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ppat-1002975-g002: A small region of the Tm-1 gene is under positive selection in S. habrochaites.(A) Predicted domain structure of the Tm-1 protein by the NCBI Conserved Domain Database. A region encoded by the alternative exon (46–263) is underlined. (B) Detection of natural selection in the Tm-1 alleles from S. habrochaites. The ratio of nonsynonymous/synonymous substitutions (ω) in each codon was inferred by omegaMap [33]. ω>1, ω = 1, and ω<1 suggest positive selection, neutral evolution, and negative selection, respectively. The region where posterior probability of positive selection (ω>1) exceeds 95% is indicated (from 79th to 112th codon). (C) Sliding window analysis of Tajima's D of the Tm-1 alleles from S. habrochaites. The confidence limits of D for neutral evolution [35] are shown as dashed lines.

Mentions: To analyze the Tm-1 gene of S. habrochaites, we obtained seeds of 24 S. habrochaites accessions from the Germplasm Resources Information Network (GRIN). All accessions were collected in South America (Peru, Ecuador, or Venezuela). From each accession, one plant was randomly chosen and the Tm-1 cDNA was sequenced. In the obtained 48 sequences, a significant negative correlation was observed between linkage disequilibrium (r2) and distance between sites in the sequences (r = −0.2975, p<0.001), suggestive of intragenic recombination between alleles. Since this result indicated that the samples were not amenable for phylogenetic analyses, we used omegaMap [33] to analyze whether the evidence of natural selection is detected from the sequences in the presence of recombination. Remarkably, positive selection (ω = ratio of the rate of nonsynonymous/synonymous substitutions >1) was detected in a small region while most of the other parts of the gene were under purifying selection (ω<1) (Figure 2). An interdomain region (residues 432–483, predicted by NCBI Conserved Domain Database [34]) likely evolved neutrally (ω = 1) (Figure 2). The posterior probability of positive selection is >95% at residues 79–112. Consistently, Tajima's D, a test of neutral evolution [35], was significantly high (p<0.001) in the positively selected region based on a sliding window analysis (Figure 2C), also indicating that the region has not evolved neutrally. Importantly, the region is located in the alternative exon (encoding amino acids 46–263) of the Tm-1 gene that is required for inhibitory activity (Figure 2) [15].


Coevolution and hierarchical interactions of Tomato mosaic virus and the resistance gene Tm-1.

Ishibashi K, Mawatari N, Miyashita S, Kishino H, Meshi T, Ishikawa M - PLoS Pathog. (2012)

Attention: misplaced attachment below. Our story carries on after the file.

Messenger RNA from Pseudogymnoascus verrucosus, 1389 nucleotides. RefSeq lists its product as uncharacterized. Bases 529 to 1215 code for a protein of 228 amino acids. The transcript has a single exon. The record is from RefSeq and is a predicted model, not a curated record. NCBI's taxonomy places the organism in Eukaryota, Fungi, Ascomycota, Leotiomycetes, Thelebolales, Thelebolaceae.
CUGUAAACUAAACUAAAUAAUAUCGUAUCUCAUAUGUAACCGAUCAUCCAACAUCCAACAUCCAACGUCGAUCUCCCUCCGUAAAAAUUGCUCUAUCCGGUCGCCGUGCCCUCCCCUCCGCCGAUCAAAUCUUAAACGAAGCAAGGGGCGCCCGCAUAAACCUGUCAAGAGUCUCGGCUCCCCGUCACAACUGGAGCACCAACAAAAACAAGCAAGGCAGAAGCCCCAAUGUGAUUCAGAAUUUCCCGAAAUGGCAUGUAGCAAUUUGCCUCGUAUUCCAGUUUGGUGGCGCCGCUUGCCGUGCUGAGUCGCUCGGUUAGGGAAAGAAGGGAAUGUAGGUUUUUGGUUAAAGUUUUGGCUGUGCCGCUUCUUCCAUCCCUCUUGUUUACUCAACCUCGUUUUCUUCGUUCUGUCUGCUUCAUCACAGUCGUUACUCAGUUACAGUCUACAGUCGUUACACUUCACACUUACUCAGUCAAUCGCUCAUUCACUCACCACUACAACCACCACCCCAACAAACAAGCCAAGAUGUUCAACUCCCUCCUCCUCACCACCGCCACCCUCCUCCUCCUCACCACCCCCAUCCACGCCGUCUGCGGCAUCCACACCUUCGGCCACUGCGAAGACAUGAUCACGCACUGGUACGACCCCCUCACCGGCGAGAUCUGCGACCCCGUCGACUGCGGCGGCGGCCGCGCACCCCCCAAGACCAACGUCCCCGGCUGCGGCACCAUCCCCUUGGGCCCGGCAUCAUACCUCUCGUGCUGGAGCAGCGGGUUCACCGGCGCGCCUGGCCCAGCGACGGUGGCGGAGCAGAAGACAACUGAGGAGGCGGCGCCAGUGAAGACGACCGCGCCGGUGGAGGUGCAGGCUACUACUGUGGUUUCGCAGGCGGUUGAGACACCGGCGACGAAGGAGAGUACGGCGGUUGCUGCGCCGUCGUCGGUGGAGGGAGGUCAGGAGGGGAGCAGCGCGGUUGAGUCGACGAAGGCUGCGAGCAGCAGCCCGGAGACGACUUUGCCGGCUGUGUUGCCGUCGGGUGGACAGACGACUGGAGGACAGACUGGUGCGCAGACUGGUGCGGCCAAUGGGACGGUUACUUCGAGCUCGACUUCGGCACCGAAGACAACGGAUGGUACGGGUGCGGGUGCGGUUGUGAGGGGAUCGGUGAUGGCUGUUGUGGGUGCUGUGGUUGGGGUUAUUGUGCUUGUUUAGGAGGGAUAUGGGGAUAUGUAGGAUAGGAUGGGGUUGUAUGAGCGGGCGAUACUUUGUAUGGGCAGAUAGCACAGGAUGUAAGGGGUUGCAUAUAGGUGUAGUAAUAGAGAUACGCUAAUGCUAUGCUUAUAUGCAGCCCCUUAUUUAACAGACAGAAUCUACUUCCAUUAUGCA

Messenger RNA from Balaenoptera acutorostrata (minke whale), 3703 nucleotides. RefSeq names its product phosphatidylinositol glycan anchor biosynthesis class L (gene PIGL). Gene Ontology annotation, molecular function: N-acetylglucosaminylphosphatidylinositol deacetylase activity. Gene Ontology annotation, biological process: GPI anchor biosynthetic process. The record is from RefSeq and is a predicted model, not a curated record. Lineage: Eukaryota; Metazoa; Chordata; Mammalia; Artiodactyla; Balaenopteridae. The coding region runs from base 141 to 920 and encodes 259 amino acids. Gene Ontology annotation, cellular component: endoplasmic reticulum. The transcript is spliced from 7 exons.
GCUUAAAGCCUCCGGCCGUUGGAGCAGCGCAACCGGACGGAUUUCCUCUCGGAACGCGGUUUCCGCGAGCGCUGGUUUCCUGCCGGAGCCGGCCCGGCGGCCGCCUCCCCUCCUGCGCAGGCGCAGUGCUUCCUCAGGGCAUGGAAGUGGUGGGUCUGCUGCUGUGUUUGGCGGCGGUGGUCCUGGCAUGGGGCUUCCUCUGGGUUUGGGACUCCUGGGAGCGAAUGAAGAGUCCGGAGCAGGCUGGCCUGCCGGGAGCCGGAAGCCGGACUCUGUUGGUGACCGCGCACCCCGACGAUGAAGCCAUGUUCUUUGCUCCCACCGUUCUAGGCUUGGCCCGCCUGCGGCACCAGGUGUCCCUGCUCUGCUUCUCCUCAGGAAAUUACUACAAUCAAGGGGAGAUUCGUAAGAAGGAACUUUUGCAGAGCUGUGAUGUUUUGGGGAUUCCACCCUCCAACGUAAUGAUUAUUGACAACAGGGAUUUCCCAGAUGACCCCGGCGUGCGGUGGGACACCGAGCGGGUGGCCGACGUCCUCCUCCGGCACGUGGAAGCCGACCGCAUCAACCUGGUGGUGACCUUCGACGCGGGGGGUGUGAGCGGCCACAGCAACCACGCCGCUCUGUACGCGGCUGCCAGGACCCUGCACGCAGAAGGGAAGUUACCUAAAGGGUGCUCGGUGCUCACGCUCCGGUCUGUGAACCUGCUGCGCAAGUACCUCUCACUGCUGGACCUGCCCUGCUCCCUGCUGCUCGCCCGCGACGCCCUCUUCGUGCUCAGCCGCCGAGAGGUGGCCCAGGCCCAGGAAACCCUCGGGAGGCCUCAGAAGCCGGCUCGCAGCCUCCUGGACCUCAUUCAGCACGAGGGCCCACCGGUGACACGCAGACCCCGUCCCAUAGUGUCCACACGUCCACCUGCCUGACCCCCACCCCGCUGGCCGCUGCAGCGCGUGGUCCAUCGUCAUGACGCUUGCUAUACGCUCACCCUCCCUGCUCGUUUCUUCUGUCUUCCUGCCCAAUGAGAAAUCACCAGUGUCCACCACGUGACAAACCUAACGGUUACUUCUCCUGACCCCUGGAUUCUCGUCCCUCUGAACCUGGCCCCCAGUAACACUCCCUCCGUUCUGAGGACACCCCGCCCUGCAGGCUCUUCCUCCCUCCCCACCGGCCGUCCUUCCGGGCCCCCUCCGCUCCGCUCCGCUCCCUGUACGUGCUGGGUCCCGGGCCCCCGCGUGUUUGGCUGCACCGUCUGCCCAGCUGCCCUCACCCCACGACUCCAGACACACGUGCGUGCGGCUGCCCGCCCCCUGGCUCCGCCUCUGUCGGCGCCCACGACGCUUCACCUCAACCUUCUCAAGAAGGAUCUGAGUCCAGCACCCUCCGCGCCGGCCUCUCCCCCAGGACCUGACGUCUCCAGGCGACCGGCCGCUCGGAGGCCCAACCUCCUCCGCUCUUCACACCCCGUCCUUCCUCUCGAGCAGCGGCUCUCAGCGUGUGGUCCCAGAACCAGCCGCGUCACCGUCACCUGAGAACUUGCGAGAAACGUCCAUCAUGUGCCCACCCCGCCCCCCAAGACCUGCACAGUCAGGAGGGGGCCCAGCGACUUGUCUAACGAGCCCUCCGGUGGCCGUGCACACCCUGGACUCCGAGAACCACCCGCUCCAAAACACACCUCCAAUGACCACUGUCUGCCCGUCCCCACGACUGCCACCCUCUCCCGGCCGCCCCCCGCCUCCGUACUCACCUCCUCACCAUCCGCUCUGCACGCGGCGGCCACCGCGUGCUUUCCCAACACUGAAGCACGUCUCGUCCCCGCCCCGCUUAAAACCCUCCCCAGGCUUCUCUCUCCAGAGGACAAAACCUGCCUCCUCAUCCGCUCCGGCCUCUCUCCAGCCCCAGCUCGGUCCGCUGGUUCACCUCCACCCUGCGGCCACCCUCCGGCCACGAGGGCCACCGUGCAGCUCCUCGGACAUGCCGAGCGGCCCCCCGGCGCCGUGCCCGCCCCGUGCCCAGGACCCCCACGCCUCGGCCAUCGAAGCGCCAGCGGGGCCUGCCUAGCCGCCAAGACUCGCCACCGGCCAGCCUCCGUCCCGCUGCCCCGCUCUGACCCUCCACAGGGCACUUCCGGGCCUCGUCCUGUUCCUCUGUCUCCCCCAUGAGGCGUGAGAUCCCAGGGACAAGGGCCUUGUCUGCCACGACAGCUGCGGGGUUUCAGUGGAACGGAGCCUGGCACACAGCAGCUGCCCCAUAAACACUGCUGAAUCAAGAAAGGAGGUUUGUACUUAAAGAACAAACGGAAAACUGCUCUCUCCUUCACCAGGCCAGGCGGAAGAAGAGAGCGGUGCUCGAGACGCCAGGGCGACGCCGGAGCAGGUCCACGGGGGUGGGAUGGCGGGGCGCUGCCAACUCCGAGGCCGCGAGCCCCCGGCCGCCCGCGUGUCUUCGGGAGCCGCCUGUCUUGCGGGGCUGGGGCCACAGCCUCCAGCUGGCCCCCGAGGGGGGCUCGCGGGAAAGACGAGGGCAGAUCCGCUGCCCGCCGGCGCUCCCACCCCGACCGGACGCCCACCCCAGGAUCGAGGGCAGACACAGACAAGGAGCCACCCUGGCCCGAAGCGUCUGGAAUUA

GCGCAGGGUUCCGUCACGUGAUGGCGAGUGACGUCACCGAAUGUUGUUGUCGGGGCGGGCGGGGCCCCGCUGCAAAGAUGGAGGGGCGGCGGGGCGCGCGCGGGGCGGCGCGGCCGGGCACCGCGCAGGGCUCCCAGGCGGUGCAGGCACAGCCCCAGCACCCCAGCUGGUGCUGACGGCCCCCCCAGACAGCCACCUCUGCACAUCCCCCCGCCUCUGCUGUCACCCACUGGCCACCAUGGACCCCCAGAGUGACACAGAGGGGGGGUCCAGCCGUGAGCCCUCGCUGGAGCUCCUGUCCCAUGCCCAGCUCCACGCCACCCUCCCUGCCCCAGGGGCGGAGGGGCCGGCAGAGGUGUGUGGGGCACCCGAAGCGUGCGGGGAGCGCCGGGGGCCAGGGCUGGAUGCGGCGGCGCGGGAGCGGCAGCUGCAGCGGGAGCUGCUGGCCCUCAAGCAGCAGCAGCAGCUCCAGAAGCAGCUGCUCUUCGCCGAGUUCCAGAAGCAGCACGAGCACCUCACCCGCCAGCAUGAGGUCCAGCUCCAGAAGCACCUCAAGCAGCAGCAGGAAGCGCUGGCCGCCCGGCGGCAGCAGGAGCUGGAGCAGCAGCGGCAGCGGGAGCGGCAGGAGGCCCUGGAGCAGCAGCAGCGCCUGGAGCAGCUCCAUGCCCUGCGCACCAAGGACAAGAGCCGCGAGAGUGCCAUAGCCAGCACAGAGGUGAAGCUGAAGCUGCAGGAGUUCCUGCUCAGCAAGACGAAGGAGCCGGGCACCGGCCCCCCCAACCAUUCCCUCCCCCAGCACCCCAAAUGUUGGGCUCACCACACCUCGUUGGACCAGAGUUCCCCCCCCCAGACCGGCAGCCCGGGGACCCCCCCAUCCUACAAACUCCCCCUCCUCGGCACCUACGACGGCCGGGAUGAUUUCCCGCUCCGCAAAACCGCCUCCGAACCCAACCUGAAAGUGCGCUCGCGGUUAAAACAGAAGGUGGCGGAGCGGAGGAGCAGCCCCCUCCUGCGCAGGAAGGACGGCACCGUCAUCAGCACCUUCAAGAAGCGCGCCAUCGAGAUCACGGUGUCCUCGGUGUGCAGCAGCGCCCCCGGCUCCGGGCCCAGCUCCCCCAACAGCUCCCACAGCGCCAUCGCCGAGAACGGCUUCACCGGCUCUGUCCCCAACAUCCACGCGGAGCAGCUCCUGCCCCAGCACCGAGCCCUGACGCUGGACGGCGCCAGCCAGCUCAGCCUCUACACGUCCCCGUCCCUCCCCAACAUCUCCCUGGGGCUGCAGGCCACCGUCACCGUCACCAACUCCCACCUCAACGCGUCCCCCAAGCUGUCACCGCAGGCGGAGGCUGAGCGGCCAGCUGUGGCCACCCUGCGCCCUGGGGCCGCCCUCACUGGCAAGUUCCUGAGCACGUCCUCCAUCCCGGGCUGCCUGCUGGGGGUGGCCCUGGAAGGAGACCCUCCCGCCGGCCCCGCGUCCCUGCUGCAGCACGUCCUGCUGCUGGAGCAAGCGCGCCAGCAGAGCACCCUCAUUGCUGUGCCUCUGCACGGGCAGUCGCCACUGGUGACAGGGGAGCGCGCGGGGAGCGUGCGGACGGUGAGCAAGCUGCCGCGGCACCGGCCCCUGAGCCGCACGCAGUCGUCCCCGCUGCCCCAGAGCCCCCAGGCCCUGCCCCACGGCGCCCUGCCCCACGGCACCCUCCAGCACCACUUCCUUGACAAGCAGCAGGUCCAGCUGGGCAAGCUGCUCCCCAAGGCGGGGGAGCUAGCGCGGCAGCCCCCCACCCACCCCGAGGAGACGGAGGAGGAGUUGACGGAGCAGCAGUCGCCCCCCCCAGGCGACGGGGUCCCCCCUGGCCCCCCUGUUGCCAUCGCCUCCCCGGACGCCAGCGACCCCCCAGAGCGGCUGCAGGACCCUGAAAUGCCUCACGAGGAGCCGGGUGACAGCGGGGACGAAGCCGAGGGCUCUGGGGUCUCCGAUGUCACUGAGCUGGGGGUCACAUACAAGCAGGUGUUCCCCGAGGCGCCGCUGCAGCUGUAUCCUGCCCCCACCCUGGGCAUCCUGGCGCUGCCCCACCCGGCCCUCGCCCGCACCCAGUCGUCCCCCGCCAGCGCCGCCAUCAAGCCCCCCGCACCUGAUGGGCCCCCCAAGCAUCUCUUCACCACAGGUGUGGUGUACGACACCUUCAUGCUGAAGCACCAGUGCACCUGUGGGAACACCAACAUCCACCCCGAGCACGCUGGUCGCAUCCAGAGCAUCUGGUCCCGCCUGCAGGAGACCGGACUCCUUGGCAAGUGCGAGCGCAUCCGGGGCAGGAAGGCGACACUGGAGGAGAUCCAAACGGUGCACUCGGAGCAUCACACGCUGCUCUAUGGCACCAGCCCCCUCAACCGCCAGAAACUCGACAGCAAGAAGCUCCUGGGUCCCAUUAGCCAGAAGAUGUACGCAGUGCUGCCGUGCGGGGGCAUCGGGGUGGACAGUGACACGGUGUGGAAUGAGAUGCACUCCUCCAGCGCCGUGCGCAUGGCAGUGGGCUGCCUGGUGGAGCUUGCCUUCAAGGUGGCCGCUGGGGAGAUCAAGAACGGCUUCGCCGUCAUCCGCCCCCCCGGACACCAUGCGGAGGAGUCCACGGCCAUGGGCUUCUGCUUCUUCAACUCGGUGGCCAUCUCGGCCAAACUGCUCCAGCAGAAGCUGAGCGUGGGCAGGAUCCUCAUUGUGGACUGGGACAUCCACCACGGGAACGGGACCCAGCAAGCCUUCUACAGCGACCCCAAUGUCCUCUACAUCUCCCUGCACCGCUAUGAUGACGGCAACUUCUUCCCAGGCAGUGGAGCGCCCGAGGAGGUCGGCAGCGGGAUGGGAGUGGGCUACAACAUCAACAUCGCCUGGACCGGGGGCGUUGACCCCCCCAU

A small region of the Tm-1 gene is under positive selection in S. habrochaites.(A) Predicted domain structure of the Tm-1 protein by the NCBI Conserved Domain Database. A region encoded by the alternative exon (46–263) is underlined. (B) Detection of natural selection in the Tm-1 alleles from S. habrochaites. The ratio of nonsynonymous/synonymous substitutions (ω) in each codon was inferred by omegaMap [33]. ω>1, ω = 1, and ω<1 suggest positive selection, neutral evolution, and negative selection, respectively. The region where posterior probability of positive selection (ω>1) exceeds 95% is indicated (from 79th to 112th codon). (C) Sliding window analysis of Tajima's D of the Tm-1 alleles from S. habrochaites. The confidence limits of D for neutral evolution [35] are shown as dashed lines.
© Copyright Policy
Related In: Results  -  Collection

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getmorefigures.php?uid=PMC3475678&req=5

ppat-1002975-g002: A small region of the Tm-1 gene is under positive selection in S. habrochaites.(A) Predicted domain structure of the Tm-1 protein by the NCBI Conserved Domain Database. A region encoded by the alternative exon (46–263) is underlined. (B) Detection of natural selection in the Tm-1 alleles from S. habrochaites. The ratio of nonsynonymous/synonymous substitutions (ω) in each codon was inferred by omegaMap [33]. ω>1, ω = 1, and ω<1 suggest positive selection, neutral evolution, and negative selection, respectively. The region where posterior probability of positive selection (ω>1) exceeds 95% is indicated (from 79th to 112th codon). (C) Sliding window analysis of Tajima's D of the Tm-1 alleles from S. habrochaites. The confidence limits of D for neutral evolution [35] are shown as dashed lines.